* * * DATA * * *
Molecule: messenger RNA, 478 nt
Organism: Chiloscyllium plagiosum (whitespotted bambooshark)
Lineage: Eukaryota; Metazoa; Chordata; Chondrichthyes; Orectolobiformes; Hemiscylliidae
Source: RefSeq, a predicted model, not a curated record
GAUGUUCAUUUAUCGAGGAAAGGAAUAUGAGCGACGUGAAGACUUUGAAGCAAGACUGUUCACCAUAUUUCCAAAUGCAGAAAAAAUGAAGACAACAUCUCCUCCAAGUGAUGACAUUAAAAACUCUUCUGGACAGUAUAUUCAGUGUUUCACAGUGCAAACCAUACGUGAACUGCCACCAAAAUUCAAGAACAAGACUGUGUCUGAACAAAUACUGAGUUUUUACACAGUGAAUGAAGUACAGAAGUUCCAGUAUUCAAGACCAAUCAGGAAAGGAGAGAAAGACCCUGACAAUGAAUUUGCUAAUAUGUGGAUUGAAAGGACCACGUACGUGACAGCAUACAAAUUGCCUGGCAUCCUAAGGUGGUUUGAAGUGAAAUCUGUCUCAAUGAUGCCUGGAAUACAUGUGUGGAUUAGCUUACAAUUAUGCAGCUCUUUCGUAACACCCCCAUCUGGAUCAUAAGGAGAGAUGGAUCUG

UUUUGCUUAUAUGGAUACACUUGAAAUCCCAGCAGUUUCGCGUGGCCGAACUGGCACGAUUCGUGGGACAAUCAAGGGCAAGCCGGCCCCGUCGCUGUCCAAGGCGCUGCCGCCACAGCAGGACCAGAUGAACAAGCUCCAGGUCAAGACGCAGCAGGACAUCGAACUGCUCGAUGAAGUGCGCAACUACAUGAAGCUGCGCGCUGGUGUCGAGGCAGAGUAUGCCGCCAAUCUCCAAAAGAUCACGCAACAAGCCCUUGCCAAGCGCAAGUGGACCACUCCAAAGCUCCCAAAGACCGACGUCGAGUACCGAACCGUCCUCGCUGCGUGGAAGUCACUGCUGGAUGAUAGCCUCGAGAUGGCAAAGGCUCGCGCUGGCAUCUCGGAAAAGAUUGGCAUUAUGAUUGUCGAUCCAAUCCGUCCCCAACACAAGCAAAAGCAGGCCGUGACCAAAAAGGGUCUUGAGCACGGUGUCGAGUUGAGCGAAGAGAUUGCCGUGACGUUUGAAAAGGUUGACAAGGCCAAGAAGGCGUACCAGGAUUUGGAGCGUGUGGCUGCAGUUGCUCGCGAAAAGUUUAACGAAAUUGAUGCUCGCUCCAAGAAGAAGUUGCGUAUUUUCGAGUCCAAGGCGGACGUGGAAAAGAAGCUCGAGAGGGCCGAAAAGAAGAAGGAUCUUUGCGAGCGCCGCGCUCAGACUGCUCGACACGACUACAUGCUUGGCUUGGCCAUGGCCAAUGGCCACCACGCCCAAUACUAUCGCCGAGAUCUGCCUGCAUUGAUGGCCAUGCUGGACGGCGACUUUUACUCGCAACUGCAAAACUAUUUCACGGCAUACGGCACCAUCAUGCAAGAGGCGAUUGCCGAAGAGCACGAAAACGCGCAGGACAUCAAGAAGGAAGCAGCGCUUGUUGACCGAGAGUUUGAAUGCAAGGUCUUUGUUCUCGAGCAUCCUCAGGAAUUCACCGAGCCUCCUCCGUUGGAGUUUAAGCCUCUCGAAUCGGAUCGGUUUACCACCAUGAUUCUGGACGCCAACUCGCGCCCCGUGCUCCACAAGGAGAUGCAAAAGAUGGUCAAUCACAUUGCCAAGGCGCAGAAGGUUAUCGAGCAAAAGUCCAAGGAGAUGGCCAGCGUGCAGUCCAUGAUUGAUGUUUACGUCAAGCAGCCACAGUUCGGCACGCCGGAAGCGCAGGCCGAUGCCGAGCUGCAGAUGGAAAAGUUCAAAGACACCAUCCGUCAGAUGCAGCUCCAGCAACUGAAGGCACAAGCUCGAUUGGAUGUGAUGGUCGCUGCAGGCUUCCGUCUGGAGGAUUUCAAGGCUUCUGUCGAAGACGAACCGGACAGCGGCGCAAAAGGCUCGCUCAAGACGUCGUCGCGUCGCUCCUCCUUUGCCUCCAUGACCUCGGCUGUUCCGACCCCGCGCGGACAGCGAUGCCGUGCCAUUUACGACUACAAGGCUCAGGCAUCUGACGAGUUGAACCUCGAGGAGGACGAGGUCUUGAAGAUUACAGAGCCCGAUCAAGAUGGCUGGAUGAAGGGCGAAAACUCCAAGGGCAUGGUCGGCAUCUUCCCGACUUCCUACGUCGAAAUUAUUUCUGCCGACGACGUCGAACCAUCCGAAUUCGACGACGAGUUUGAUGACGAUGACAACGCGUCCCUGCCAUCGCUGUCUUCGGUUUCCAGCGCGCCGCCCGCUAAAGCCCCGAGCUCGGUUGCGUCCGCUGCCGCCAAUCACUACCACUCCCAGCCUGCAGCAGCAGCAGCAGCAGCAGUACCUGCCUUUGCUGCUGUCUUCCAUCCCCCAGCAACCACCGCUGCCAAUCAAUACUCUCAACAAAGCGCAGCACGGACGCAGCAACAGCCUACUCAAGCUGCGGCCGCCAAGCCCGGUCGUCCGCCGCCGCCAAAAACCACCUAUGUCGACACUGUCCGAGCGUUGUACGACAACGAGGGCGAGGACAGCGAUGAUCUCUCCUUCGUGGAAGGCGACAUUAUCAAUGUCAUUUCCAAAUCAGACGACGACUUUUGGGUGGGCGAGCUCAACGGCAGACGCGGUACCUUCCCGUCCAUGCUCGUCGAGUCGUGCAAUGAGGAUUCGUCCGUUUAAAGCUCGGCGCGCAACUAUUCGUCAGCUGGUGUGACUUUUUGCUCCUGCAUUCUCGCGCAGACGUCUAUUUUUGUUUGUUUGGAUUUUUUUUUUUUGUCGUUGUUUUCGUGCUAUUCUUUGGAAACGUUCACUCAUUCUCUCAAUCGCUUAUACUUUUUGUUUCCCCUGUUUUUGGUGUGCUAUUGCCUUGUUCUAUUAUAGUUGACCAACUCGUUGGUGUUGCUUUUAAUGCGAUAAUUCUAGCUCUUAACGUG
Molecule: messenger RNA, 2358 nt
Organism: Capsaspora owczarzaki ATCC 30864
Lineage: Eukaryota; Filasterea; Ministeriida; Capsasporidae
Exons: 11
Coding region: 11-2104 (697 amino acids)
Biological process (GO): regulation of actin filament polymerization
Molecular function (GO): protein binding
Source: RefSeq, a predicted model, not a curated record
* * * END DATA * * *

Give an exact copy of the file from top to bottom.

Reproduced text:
Molecule: messenger RNA, 478 nt
Organism: Chiloscyllium plagiosum (whitespotted bambooshark)
Lineage: Eukaryota; Metazoa; Chordata; Chondrichthyes; Orectolobiformes; Hemiscylliidae
Source: RefSeq, a predicted model, not a curated record
GAUGUUCAUUUAUCGAGGAAAGGAAUAUGAGCGACGUGAAGACUUUGAAGCAAGACUGUUCACCAUAUUUCCAAAUGCAGAAAAAAUGAAGACAACAUCUCCUCCAAGUGAUGACAUUAAAAACUCUUCUGGACAGUAUAUUCAGUGUUUCACAGUGCAAACCAUACGUGAACUGCCACCAAAAUUCAAGAACAAGACUGUGUCUGAACAAAUACUGAGUUUUUACACAGUGAAUGAAGUACAGAAGUUCCAGUAUUCAAGACCAAUCAGGAAAGGAGAGAAAGACCCUGACAAUGAAUUUGCUAAUAUGUGGAUUGAAAGGACCACGUACGUGACAGCAUACAAAUUGCCUGGCAUCCUAAGGUGGUUUGAAGUGAAAUCUGUCUCAAUGAUGCCUGGAAUACAUGUGUGGAUUAGCUUACAAUUAUGCAGCUCUUUCGUAACACCCCCAUCUGGAUCAUAAGGAGAGAUGGAUCUG

UUUUGCUUAUAUGGAUACACUUGAAAUCCCAGCAGUUUCGCGUGGCCGAACUGGCACGAUUCGUGGGACAAUCAAGGGCAAGCCGGCCCCGUCGCUGUCCAAGGCGCUGCCGCCACAGCAGGACCAGAUGAACAAGCUCCAGGUCAAGACGCAGCAGGACAUCGAACUGCUCGAUGAAGUGCGCAACUACAUGAAGCUGCGCGCUGGUGUCGAGGCAGAGUAUGCCGCCAAUCUCCAAAAGAUCACGCAACAAGCCCUUGCCAAGCGCAAGUGGACCACUCCAAAGCUCCCAAAGACCGACGUCGAGUACCGAACCGUCCUCGCUGCGUGGAAGUCACUGCUGGAUGAUAGCCUCGAGAUGGCAAAGGCUCGCGCUGGCAUCUCGGAAAAGAUUGGCAUUAUGAUUGUCGAUCCAAUCCGUCCCCAACACAAGCAAAAGCAGGCCGUGACCAAAAAGGGUCUUGAGCACGGUGUCGAGUUGAGCGAAGAGAUUGCCGUGACGUUUGAAAAGGUUGACAAGGCCAAGAAGGCGUACCAGGAUUUGGAGCGUGUGGCUGCAGUUGCUCGCGAAAAGUUUAACGAAAUUGAUGCUCGCUCCAAGAAGAAGUUGCGUAUUUUCGAGUCCAAGGCGGACGUGGAAAAGAAGCUCGAGAGGGCCGAAAAGAAGAAGGAUCUUUGCGAGCGCCGCGCUCAGACUGCUCGACACGACUACAUGCUUGGCUUGGCCAUGGCCAAUGGCCACCACGCCCAAUACUAUCGCCGAGAUCUGCCUGCAUUGAUGGCCAUGCUGGACGGCGACUUUUACUCGCAACUGCAAAACUAUUUCACGGCAUACGGCACCAUCAUGCAAGAGGCGAUUGCCGAAGAGCACGAAAACGCGCAGGACAUCAAGAAGGAAGCAGCGCUUGUUGACCGAGAGUUUGAAUGCAAGGUCUUUGUUCUCGAGCAUCCUCAGGAAUUCACCGAGCCUCCUCCGUUGGAGUUUAAGCCUCUCGAAUCGGAUCGGUUUACCACCAUGAUUCUGGACGCCAACUCGCGCCCCGUGCUCCACAAGGAGAUGCAAAAGAUGGUCAAUCACAUUGCCAAGGCGCAGAAGGUUAUCGAGCAAAAGUCCAAGGAGAUGGCCAGCGUGCAGUCCAUGAUUGAUGUUUACGUCAAGCAGCCACAGUUCGGCACGCCGGAAGCGCAGGCCGAUGCCGAGCUGCAGAUGGAAAAGUUCAAAGACACCAUCCGUCAGAUGCAGCUCCAGCAACUGAAGGCACAAGCUCGAUUGGAUGUGAUGGUCGCUGCAGGCUUCCGUCUGGAGGAUUUCAAGGCUUCUGUCGAAGACGAACCGGACAGCGGCGCAAAAGGCUCGCUCAAGACGUCGUCGCGUCGCUCCUCCUUUGCCUCCAUGACCUCGGCUGUUCCGACCCCGCGCGGACAGCGAUGCCGUGCCAUUUACGACUACAAGGCUCAGGCAUCUGACGAGUUGAACCUCGAGGAGGACGAGGUCUUGAAGAUUACAGAGCCCGAUCAAGAUGGCUGGAUGAAGGGCGAAAACUCCAAGGGCAUGGUCGGCAUCUUCCCGACUUCCUACGUCGAAAUUAUUUCUGCCGACGACGUCGAACCAUCCGAAUUCGACGACGAGUUUGAUGACGAUGACAACGCGUCCCUGCCAUCGCUGUCUUCGGUUUCCAGCGCGCCGCCCGCUAAAGCCCCGAGCUCGGUUGCGUCCGCUGCCGCCAAUCACUACCACUCCCAGCCUGCAGCAGCAGCAGCAGCAGCAGUACCUGCCUUUGCUGCUGUCUUCCAUCCCCCAGCAACCACCGCUGCCAAUCAAUACUCUCAACAAAGCGCAGCACGGACGCAGCAACAGCCUACUCAAGCUGCGGCCGCCAAGCCCGGUCGUCCGCCGCCGCCAAAAACCACCUAUGUCGACACUGUCCGAGCGUUGUACGACAACGAGGGCGAGGACAGCGAUGAUCUCUCCUUCGUGGAAGGCGACAUUAUCAAUGUCAUUUCCAAAUCAGACGACGACUUUUGGGUGGGCGAGCUCAACGGCAGACGCGGUACCUUCCCGUCCAUGCUCGUCGAGUCGUGCAAUGAGGAUUCGUCCGUUUAAAGCUCGGCGCGCAACUAUUCGUCAGCUGGUGUGACUUUUUGCUCCUGCAUUCUCGCGCAGACGUCUAUUUUUGUUUGUUUGGAUUUUUUUUUUUUGUCGUUGUUUUCGUGCUAUUCUUUGGAAACGUUCACUCAUUCUCUCAAUCGCUUAUACUUUUUGUUUCCCCUGUUUUUGGUGUGCUAUUGCCUUGUUCUAUUAUAGUUGACCAACUCGUUGGUGUUGCUUUUAAUGCGAUAAUUCUAGCUCUUAACGUG
Molecule: messenger RNA, 2358 nt
Organism: Capsaspora owczarzaki ATCC 30864
Lineage: Eukaryota; Filasterea; Ministeriida; Capsasporidae
Exons: 11
Coding region: 11-2104 (697 amino acids)
Biological process (GO): regulation of actin filament polymerization
Molecular function (GO): protein binding
Source: RefSeq, a predicted model, not a curated record